Occasionally, things drop. Never Let Me Down and In Your Room merely sound gloomy for the sake of a good wallow, but they're most dynamic when the sound veers towards total bombast. Barrel Of A Gun, for one, is pure musical warfare turned up loud and the effect is brilliant. I Feel You, similarly, is an imposing juggernaut, delivered with all the power of something from the Jurassic age. But then, to close the show, they - rather alarmingly - decide to have a laugh, an alien concept in itself. Just Can't Get Enough is Depeche Mode from another era, back when Vince Clarke wrote the songs and the only drugs they'd do were aspirin. It's a happy song, it's fun, and Gahan - in a moment of delicious incongruity - camps up the frivolity with undisguised glee, placing one hand on hip, the other cocked in the air, in a universally recognised pose that suggests beneath the cheerless facade, he remains a little teapot, short and stout.

BACK at the hotel, and the singer immediately heads for the sanctity of his bed.

"I've reached a certain level in life where I can trust myself, but not completely. Until I get through this tour successfully, I've got to watch myself carefully. And to be honest," he laughs, perhaps feeling his 36 years, "I'm so tired after the shows that I'm asleep within five minutes of my head hitting the pillow."

He's turned a new leaf, then. But while this is undoubtedly good news for those around him, the salvation of Dave Gahan from all manner of nasty indulgences has also robbed rock 'n' roll of one of its more colourful characters. After all, when on drugs, he was a figure almost beyond fascination.

"Never mind," he shrugs, smiling darkly, "there'll always be someone to pick up where I left off..." ****

Nick Duerden
Q, November 1998

Reprinted WITHOUT PERMISSION for non-profit use only. Photos by Chris Taylor. Reproduced without permission.

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Magic Mode Put Sins Behind Them

Scandinavium, Gothenburg - September 12, 1998
The Singles 86>98 Tour - European leg

"Confirming [the] most remarkable comeback in recent pop history Depeche Mode will play their first British concerts for five years next week in London, Manchester and Birmingham, having returned from their own private hell to produce last year’s excellent Ultra album.

Their Swedish date reiterated their resurgence.

The band, almost wrecked by a combination of drink, drugs and emotional stress during the making of Ultra, now perform sober onstage for the first time in an 18-year career and the results are impressive.

This show, in a giant, shell-like ice hockey stadium, emphasised the band’s rare ability to mix the dark flavours of alternative rock with mainstream pop.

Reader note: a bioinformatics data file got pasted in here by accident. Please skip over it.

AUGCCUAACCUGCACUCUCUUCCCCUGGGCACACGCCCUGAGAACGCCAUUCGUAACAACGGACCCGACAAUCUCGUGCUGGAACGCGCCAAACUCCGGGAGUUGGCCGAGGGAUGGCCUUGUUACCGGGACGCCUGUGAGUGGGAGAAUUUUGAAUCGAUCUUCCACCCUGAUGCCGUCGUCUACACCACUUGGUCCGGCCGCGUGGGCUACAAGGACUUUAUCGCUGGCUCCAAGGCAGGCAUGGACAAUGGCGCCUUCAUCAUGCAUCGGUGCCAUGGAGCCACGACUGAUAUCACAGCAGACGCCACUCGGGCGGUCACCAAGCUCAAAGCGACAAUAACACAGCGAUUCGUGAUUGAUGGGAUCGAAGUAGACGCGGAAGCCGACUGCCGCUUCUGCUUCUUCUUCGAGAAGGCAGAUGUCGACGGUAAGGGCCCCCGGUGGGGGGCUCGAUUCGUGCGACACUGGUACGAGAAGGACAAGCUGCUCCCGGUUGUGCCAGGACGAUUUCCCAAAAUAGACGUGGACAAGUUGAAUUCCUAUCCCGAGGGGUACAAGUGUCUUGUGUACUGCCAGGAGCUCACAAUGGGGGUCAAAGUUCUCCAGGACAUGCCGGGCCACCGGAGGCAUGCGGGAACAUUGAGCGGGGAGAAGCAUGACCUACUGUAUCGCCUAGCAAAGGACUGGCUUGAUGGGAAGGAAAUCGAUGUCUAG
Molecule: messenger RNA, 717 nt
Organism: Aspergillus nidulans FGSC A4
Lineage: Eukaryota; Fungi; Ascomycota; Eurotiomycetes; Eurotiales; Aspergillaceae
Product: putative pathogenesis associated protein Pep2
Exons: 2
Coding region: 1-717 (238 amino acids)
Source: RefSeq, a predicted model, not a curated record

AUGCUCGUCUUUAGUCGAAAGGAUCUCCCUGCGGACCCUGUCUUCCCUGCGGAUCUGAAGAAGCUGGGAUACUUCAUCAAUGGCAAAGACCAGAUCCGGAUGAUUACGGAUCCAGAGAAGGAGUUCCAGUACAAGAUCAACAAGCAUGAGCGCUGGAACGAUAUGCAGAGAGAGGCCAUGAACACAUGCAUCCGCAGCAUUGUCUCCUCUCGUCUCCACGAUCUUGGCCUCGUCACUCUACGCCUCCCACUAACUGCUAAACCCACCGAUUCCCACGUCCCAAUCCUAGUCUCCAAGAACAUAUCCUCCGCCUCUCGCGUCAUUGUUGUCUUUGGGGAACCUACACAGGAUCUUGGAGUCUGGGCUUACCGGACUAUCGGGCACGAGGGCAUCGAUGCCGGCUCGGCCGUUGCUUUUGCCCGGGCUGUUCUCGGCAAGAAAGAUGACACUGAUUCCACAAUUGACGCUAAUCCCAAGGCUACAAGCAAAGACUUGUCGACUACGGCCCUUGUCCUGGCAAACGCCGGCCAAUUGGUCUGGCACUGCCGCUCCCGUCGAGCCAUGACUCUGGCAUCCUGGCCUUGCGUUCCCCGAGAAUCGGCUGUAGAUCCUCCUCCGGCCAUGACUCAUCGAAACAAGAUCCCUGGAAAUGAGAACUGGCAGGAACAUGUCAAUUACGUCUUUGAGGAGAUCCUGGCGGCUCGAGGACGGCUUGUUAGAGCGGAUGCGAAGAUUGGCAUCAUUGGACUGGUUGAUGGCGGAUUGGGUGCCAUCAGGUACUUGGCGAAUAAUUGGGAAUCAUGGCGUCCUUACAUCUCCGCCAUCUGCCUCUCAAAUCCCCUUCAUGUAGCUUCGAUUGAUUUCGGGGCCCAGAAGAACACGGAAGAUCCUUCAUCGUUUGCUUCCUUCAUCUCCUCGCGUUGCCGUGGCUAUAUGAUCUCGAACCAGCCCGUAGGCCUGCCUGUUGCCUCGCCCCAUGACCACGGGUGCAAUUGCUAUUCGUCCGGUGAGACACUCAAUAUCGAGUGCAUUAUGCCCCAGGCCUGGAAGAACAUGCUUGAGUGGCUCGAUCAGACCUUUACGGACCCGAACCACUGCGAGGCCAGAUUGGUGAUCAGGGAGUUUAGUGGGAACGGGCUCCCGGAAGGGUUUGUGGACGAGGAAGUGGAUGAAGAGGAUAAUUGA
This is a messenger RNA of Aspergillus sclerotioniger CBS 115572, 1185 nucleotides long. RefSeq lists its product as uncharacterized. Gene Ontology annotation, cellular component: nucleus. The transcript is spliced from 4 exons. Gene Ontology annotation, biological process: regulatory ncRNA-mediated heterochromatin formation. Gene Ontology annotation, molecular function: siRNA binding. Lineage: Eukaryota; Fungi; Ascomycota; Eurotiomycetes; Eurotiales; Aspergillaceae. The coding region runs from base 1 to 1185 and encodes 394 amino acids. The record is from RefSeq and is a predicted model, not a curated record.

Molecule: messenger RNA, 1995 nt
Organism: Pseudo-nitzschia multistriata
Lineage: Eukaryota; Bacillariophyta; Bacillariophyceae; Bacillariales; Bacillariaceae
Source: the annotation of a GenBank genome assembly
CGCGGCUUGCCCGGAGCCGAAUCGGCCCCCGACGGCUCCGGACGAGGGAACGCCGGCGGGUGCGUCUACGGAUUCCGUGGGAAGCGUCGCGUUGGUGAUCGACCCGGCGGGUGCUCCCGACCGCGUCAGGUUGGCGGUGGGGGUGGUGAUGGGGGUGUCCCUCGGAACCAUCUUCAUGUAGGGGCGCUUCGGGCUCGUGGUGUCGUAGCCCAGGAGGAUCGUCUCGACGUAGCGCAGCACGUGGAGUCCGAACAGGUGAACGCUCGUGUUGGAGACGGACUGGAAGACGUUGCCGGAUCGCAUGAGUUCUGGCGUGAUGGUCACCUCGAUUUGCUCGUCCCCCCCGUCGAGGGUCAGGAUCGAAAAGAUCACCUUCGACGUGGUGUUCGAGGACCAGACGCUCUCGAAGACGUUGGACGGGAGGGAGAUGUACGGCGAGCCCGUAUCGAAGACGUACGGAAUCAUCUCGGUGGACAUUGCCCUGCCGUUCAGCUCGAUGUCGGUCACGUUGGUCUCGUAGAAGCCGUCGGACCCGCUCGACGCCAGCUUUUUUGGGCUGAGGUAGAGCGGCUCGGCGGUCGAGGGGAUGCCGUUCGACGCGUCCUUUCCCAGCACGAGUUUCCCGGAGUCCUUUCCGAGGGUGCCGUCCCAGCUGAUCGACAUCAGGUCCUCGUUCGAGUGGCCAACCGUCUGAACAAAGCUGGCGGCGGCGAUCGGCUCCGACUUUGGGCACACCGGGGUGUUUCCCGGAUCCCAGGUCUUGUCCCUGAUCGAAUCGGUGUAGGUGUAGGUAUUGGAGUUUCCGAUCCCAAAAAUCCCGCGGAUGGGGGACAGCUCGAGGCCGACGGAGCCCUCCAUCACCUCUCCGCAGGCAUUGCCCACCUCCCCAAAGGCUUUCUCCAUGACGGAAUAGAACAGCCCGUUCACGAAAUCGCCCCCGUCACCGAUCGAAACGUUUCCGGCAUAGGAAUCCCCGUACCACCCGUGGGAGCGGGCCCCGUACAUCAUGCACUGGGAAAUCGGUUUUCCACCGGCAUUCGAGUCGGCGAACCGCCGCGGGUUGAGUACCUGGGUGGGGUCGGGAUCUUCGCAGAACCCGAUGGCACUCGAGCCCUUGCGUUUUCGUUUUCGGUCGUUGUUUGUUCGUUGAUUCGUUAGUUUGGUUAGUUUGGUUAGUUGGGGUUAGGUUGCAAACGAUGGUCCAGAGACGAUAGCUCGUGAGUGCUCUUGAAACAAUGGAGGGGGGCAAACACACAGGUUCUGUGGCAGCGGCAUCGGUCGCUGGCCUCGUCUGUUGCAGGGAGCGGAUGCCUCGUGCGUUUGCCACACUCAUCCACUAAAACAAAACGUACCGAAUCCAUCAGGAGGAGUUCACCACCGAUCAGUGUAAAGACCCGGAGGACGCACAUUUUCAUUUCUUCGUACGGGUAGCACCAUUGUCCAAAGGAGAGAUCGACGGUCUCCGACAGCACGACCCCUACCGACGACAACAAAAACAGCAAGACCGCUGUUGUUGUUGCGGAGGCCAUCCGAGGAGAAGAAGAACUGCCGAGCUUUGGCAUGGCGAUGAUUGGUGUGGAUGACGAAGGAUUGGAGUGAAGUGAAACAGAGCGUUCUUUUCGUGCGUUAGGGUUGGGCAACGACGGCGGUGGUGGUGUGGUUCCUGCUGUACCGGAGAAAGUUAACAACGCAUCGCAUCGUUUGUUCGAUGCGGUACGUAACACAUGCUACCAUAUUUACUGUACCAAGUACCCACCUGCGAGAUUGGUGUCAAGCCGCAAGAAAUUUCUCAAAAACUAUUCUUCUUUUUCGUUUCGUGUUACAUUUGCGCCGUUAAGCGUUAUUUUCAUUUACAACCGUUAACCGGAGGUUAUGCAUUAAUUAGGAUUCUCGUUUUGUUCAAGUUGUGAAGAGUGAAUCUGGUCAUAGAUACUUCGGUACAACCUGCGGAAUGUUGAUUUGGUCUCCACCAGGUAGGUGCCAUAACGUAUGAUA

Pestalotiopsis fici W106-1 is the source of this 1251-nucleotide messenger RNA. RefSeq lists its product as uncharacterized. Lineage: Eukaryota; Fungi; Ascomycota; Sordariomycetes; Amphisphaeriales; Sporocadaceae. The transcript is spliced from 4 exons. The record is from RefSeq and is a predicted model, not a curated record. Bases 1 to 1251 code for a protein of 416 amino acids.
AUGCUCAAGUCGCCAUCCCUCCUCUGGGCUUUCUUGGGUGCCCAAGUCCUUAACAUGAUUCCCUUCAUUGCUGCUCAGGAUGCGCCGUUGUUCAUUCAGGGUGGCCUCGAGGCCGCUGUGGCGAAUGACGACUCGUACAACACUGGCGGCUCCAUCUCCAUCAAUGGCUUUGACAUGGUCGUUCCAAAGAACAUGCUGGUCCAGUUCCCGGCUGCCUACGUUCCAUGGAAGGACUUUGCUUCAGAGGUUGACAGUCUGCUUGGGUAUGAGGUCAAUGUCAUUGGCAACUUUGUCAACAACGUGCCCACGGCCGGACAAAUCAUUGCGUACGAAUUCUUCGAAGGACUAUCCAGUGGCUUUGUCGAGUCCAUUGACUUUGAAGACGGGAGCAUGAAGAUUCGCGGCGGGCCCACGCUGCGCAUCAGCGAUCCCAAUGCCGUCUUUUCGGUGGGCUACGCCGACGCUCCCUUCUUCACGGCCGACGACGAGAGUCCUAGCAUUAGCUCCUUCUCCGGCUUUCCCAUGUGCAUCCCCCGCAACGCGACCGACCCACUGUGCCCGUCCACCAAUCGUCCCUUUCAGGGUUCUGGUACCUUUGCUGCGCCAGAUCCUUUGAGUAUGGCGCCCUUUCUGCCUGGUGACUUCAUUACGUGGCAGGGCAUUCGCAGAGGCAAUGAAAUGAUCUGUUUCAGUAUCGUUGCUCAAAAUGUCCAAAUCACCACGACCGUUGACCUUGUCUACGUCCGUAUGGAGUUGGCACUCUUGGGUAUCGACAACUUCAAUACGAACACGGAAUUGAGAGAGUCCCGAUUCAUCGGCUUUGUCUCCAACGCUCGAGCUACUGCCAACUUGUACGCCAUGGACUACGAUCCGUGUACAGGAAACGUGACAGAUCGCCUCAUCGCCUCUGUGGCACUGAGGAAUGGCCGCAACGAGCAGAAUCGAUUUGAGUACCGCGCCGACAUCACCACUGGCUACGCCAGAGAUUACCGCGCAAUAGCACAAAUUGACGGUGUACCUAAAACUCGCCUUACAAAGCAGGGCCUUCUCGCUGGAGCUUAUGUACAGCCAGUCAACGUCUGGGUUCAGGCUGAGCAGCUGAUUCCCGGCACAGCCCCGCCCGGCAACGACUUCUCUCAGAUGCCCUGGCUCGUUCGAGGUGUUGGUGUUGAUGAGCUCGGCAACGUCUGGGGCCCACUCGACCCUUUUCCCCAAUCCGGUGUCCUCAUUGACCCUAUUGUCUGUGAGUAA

The present tour coincides with a compilation album, The Singles 86-98, and the Gothenburg show focused on hits from this era.

Given the length of time since the band last toured, however, it also represented the first live airing of tracks from Ultra: songs such as It’s No Good, Useless and Barrel Of A Gun were eagerly devoured here.

Like many arena concerts, the show began slowly.

Mid-tempo songs from the late Eighties and early Nineties, such as Question Of Time, World In My Eyes and Policy Of Truth, served as an easy-paced introduction before the band hit their full stride on the Motown-esque strut of Walking In My Shoes, the soul-tinged Condemnation and the bubbling funk-rock of It’s No Good.

With the three core members, Dave Gahan, Martin Gore and Andrew Fletcher, backed by a drummer, an extra synthesiser player and two female singers – extravagantly attired in silver dresses and pink feather boas – the music had a richness and warmth not normally associated with electronic pop.

Depeche Mode are living proof that a band do not need loud guitars to enliven a big arena. Much of this is down to vocalist Gahan, who has wrestled with his personal demons and come through fighting.

Sporting newly cropped hair and clean-cut clothes, he worked the crowd with the pluck and punch of an old-fashioned cheerleader.

Alternating the showmanship of Freddie Mercury with the sombre intensity of Kurt Cobain, Gahan is a graceful frontman and athletic dancer.

Prowling the stage, he swung his microphone stand gymnastically and moved suggestively during a soaring, disco-influenced Enjoy The Silence. Guitarist Gore and statuesque synthesiser player Fletcher provided the foil to their singer’s antics.

Gore, the band’s main songwriter, took centre stage on two numbers, Question Of Lust and Home. His sweet, yearning vocals provided a contrast to Gahan’s deep, sonorous phrasing. His guitar playing, inaudible on It’s No Good, came to the fore as the set unfolded.

Opening a series of encores with the piano ballad Somebody, Gore also provided the night with its solitary Brian Adams moment – that part of every stadium show when the lights are dimmed for fans to hold pocket lighters aloft.

Normal service was quickly resumed in a doomy I Feel You and the surprise inclusion of Just Can’t Get Enough. The band’s first top ten hit back in 1981, it was a song which the trio had not played since completing a mammoth American tour at the Pasadena Rose Bowl in 1988.

A positive and upbeat finale, it was the perfect way for the boys from Basildon to stamp a triumphant return."